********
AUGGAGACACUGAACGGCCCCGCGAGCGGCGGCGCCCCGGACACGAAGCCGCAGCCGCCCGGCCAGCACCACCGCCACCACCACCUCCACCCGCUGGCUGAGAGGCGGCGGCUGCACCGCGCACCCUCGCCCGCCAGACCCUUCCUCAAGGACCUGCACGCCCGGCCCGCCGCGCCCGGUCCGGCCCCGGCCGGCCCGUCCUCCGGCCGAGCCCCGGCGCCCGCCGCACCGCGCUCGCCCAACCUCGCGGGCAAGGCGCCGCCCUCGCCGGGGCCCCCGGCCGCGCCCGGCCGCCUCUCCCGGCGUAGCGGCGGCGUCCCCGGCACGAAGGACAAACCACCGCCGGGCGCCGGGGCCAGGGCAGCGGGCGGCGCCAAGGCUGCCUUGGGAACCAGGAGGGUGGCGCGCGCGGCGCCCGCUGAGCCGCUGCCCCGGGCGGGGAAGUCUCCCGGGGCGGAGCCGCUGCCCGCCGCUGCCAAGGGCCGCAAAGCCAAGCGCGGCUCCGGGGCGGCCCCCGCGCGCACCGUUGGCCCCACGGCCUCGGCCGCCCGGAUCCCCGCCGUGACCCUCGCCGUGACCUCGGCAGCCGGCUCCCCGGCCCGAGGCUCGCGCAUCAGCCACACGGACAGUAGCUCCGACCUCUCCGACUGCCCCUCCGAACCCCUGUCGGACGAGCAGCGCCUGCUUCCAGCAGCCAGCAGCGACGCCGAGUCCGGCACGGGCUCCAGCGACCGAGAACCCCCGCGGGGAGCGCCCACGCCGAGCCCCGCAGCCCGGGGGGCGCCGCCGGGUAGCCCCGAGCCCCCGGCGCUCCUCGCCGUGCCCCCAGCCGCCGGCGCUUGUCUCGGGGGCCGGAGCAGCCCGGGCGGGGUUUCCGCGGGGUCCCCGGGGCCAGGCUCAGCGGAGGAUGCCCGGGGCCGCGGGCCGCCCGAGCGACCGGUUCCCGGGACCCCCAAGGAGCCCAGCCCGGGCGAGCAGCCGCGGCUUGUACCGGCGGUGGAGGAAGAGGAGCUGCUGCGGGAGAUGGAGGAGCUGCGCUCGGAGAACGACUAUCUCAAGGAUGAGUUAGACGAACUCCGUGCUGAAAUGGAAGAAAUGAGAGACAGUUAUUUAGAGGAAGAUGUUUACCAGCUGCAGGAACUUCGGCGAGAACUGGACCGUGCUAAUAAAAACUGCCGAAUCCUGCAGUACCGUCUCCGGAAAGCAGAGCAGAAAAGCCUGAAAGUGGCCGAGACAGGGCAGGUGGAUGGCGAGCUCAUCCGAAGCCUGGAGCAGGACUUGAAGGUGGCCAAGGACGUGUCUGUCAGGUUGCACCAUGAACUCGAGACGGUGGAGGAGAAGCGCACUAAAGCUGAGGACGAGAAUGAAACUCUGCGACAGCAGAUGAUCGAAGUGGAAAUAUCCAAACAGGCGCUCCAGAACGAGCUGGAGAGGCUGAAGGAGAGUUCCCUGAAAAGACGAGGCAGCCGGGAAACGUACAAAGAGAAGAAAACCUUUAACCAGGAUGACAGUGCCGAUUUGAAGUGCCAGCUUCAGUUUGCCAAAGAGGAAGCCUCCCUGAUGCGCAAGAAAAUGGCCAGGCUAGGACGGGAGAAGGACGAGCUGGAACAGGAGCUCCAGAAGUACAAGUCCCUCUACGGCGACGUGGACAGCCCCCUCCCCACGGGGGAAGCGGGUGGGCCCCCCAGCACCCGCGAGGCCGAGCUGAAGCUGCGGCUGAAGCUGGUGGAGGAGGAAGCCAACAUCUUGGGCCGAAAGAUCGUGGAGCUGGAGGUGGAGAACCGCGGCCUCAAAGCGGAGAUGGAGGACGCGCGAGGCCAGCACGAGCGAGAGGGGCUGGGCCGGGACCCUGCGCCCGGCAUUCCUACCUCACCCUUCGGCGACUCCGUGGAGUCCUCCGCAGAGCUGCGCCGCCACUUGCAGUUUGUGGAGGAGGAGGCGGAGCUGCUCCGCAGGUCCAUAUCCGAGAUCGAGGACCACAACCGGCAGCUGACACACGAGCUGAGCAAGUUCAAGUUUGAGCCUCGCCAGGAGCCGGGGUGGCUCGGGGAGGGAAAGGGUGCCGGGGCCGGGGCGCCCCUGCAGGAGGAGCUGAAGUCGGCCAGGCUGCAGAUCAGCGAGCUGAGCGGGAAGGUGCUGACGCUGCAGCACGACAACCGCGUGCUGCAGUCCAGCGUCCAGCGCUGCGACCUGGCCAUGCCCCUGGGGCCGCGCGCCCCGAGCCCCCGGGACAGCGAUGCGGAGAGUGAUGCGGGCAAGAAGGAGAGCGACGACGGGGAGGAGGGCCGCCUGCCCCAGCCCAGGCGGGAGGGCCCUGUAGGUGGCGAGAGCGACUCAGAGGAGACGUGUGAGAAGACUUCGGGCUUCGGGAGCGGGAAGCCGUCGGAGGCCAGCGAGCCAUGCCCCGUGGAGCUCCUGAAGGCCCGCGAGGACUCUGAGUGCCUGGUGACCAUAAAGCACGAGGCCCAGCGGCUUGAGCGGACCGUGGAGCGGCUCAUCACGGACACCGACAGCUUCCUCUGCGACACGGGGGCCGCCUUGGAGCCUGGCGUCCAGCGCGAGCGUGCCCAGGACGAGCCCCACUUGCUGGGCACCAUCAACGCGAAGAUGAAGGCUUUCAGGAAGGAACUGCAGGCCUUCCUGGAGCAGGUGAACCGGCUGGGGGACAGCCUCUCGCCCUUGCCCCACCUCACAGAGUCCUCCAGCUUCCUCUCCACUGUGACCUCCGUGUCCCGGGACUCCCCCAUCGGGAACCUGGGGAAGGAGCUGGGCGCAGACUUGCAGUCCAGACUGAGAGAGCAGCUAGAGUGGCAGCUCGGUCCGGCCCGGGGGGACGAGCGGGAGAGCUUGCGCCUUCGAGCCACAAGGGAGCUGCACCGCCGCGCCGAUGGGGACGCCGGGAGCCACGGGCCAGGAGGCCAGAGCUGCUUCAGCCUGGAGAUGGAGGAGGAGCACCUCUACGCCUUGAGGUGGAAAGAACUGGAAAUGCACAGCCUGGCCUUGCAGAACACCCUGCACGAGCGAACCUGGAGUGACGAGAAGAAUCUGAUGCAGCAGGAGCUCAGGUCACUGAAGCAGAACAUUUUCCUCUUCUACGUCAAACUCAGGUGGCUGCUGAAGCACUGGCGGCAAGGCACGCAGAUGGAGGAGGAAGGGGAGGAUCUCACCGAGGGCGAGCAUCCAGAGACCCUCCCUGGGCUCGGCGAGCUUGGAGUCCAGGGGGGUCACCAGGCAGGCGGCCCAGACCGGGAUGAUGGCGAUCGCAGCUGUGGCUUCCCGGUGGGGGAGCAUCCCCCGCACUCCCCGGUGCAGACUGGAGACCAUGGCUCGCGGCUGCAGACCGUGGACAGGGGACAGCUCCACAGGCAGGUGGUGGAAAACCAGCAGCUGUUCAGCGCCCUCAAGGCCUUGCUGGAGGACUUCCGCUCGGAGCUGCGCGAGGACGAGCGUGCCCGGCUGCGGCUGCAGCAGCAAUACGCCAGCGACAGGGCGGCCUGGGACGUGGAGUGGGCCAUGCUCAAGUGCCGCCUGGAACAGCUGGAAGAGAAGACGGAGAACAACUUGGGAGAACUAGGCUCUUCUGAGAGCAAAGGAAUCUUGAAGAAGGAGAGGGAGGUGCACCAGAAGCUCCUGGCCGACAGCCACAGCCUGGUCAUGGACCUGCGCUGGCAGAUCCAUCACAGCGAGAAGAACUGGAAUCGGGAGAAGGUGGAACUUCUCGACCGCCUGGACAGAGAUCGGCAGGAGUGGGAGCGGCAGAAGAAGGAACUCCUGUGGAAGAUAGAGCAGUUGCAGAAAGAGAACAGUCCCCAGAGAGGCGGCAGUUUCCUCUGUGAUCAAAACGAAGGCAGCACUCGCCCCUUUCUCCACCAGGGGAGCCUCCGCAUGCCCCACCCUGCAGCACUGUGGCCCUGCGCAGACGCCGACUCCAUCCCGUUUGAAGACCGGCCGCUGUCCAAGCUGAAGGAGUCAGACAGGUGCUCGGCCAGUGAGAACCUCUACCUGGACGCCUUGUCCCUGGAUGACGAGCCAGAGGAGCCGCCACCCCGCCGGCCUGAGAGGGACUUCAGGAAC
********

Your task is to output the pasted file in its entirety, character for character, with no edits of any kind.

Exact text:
AUGGAGACACUGAACGGCCCCGCGAGCGGCGGCGCCCCGGACACGAAGCCGCAGCCGCCCGGCCAGCACCACCGCCACCACCACCUCCACCCGCUGGCUGAGAGGCGGCGGCUGCACCGCGCACCCUCGCCCGCCAGACCCUUCCUCAAGGACCUGCACGCCCGGCCCGCCGCGCCCGGUCCGGCCCCGGCCGGCCCGUCCUCCGGCCGAGCCCCGGCGCCCGCCGCACCGCGCUCGCCCAACCUCGCGGGCAAGGCGCCGCCCUCGCCGGGGCCCCCGGCCGCGCCCGGCCGCCUCUCCCGGCGUAGCGGCGGCGUCCCCGGCACGAAGGACAAACCACCGCCGGGCGCCGGGGCCAGGGCAGCGGGCGGCGCCAAGGCUGCCUUGGGAACCAGGAGGGUGGCGCGCGCGGCGCCCGCUGAGCCGCUGCCCCGGGCGGGGAAGUCUCCCGGGGCGGAGCCGCUGCCCGCCGCUGCCAAGGGCCGCAAAGCCAAGCGCGGCUCCGGGGCGGCCCCCGCGCGCACCGUUGGCCCCACGGCCUCGGCCGCCCGGAUCCCCGCCGUGACCCUCGCCGUGACCUCGGCAGCCGGCUCCCCGGCCCGAGGCUCGCGCAUCAGCCACACGGACAGUAGCUCCGACCUCUCCGACUGCCCCUCCGAACCCCUGUCGGACGAGCAGCGCCUGCUUCCAGCAGCCAGCAGCGACGCCGAGUCCGGCACGGGCUCCAGCGACCGAGAACCCCCGCGGGGAGCGCCCACGCCGAGCCCCGCAGCCCGGGGGGCGCCGCCGGGUAGCCCCGAGCCCCCGGCGCUCCUCGCCGUGCCCCCAGCCGCCGGCGCUUGUCUCGGGGGCCGGAGCAGCCCGGGCGGGGUUUCCGCGGGGUCCCCGGGGCCAGGCUCAGCGGAGGAUGCCCGGGGCCGCGGGCCGCCCGAGCGACCGGUUCCCGGGACCCCCAAGGAGCCCAGCCCGGGCGAGCAGCCGCGGCUUGUACCGGCGGUGGAGGAAGAGGAGCUGCUGCGGGAGAUGGAGGAGCUGCGCUCGGAGAACGACUAUCUCAAGGAUGAGUUAGACGAACUCCGUGCUGAAAUGGAAGAAAUGAGAGACAGUUAUUUAGAGGAAGAUGUUUACCAGCUGCAGGAACUUCGGCGAGAACUGGACCGUGCUAAUAAAAACUGCCGAAUCCUGCAGUACCGUCUCCGGAAAGCAGAGCAGAAAAGCCUGAAAGUGGCCGAGACAGGGCAGGUGGAUGGCGAGCUCAUCCGAAGCCUGGAGCAGGACUUGAAGGUGGCCAAGGACGUGUCUGUCAGGUUGCACCAUGAACUCGAGACGGUGGAGGAGAAGCGCACUAAAGCUGAGGACGAGAAUGAAACUCUGCGACAGCAGAUGAUCGAAGUGGAAAUAUCCAAACAGGCGCUCCAGAACGAGCUGGAGAGGCUGAAGGAGAGUUCCCUGAAAAGACGAGGCAGCCGGGAAACGUACAAAGAGAAGAAAACCUUUAACCAGGAUGACAGUGCCGAUUUGAAGUGCCAGCUUCAGUUUGCCAAAGAGGAAGCCUCCCUGAUGCGCAAGAAAAUGGCCAGGCUAGGACGGGAGAAGGACGAGCUGGAACAGGAGCUCCAGAAGUACAAGUCCCUCUACGGCGACGUGGACAGCCCCCUCCCCACGGGGGAAGCGGGUGGGCCCCCCAGCACCCGCGAGGCCGAGCUGAAGCUGCGGCUGAAGCUGGUGGAGGAGGAAGCCAACAUCUUGGGCCGAAAGAUCGUGGAGCUGGAGGUGGAGAACCGCGGCCUCAAAGCGGAGAUGGAGGACGCGCGAGGCCAGCACGAGCGAGAGGGGCUGGGCCGGGACCCUGCGCCCGGCAUUCCUACCUCACCCUUCGGCGACUCCGUGGAGUCCUCCGCAGAGCUGCGCCGCCACUUGCAGUUUGUGGAGGAGGAGGCGGAGCUGCUCCGCAGGUCCAUAUCCGAGAUCGAGGACCACAACCGGCAGCUGACACACGAGCUGAGCAAGUUCAAGUUUGAGCCUCGCCAGGAGCCGGGGUGGCUCGGGGAGGGAAAGGGUGCCGGGGCCGGGGCGCCCCUGCAGGAGGAGCUGAAGUCGGCCAGGCUGCAGAUCAGCGAGCUGAGCGGGAAGGUGCUGACGCUGCAGCACGACAACCGCGUGCUGCAGUCCAGCGUCCAGCGCUGCGACCUGGCCAUGCCCCUGGGGCCGCGCGCCCCGAGCCCCCGGGACAGCGAUGCGGAGAGUGAUGCGGGCAAGAAGGAGAGCGACGACGGGGAGGAGGGCCGCCUGCCCCAGCCCAGGCGGGAGGGCCCUGUAGGUGGCGAGAGCGACUCAGAGGAGACGUGUGAGAAGACUUCGGGCUUCGGGAGCGGGAAGCCGUCGGAGGCCAGCGAGCCAUGCCCCGUGGAGCUCCUGAAGGCCCGCGAGGACUCUGAGUGCCUGGUGACCAUAAAGCACGAGGCCCAGCGGCUUGAGCGGACCGUGGAGCGGCUCAUCACGGACACCGACAGCUUCCUCUGCGACACGGGGGCCGCCUUGGAGCCUGGCGUCCAGCGCGAGCGUGCCCAGGACGAGCCCCACUUGCUGGGCACCAUCAACGCGAAGAUGAAGGCUUUCAGGAAGGAACUGCAGGCCUUCCUGGAGCAGGUGAACCGGCUGGGGGACAGCCUCUCGCCCUUGCCCCACCUCACAGAGUCCUCCAGCUUCCUCUCCACUGUGACCUCCGUGUCCCGGGACUCCCCCAUCGGGAACCUGGGGAAGGAGCUGGGCGCAGACUUGCAGUCCAGACUGAGAGAGCAGCUAGAGUGGCAGCUCGGUCCGGCCCGGGGGGACGAGCGGGAGAGCUUGCGCCUUCGAGCCACAAGGGAGCUGCACCGCCGCGCCGAUGGGGACGCCGGGAGCCACGGGCCAGGAGGCCAGAGCUGCUUCAGCCUGGAGAUGGAGGAGGAGCACCUCUACGCCUUGAGGUGGAAAGAACUGGAAAUGCACAGCCUGGCCUUGCAGAACACCCUGCACGAGCGAACCUGGAGUGACGAGAAGAAUCUGAUGCAGCAGGAGCUCAGGUCACUGAAGCAGAACAUUUUCCUCUUCUACGUCAAACUCAGGUGGCUGCUGAAGCACUGGCGGCAAGGCACGCAGAUGGAGGAGGAAGGGGAGGAUCUCACCGAGGGCGAGCAUCCAGAGACCCUCCCUGGGCUCGGCGAGCUUGGAGUCCAGGGGGGUCACCAGGCAGGCGGCCCAGACCGGGAUGAUGGCGAUCGCAGCUGUGGCUUCCCGGUGGGGGAGCAUCCCCCGCACUCCCCGGUGCAGACUGGAGACCAUGGCUCGCGGCUGCAGACCGUGGACAGGGGACAGCUCCACAGGCAGGUGGUGGAAAACCAGCAGCUGUUCAGCGCCCUCAAGGCCUUGCUGGAGGACUUCCGCUCGGAGCUGCGCGAGGACGAGCGUGCCCGGCUGCGGCUGCAGCAGCAAUACGCCAGCGACAGGGCGGCCUGGGACGUGGAGUGGGCCAUGCUCAAGUGCCGCCUGGAACAGCUGGAAGAGAAGACGGAGAACAACUUGGGAGAACUAGGCUCUUCUGAGAGCAAAGGAAUCUUGAAGAAGGAGAGGGAGGUGCACCAGAAGCUCCUGGCCGACAGCCACAGCCUGGUCAUGGACCUGCGCUGGCAGAUCCAUCACAGCGAGAAGAACUGGAAUCGGGAGAAGGUGGAACUUCUCGACCGCCUGGACAGAGAUCGGCAGGAGUGGGAGCGGCAGAAGAAGGAACUCCUGUGGAAGAUAGAGCAGUUGCAGAAAGAGAACAGUCCCCAGAGAGGCGGCAGUUUCCUCUGUGAUCAAAACGAAGGCAGCACUCGCCCCUUUCUCCACCAGGGGAGCCUCCGCAUGCCCCACCCUGCAGCACUGUGGCCCUGCGCAGACGCCGACUCCAUCCCGUUUGAAGACCGGCCGCUGUCCAAGCUGAAGGAGUCAGACAGGUGCUCGGCCAGUGAGAACCUCUACCUGGACGCCUUGUCCCUGGAUGACGAGCCAGAGGAGCCGCCACCCCGCCGGCCUGAGAGGGACUUCAGGAAC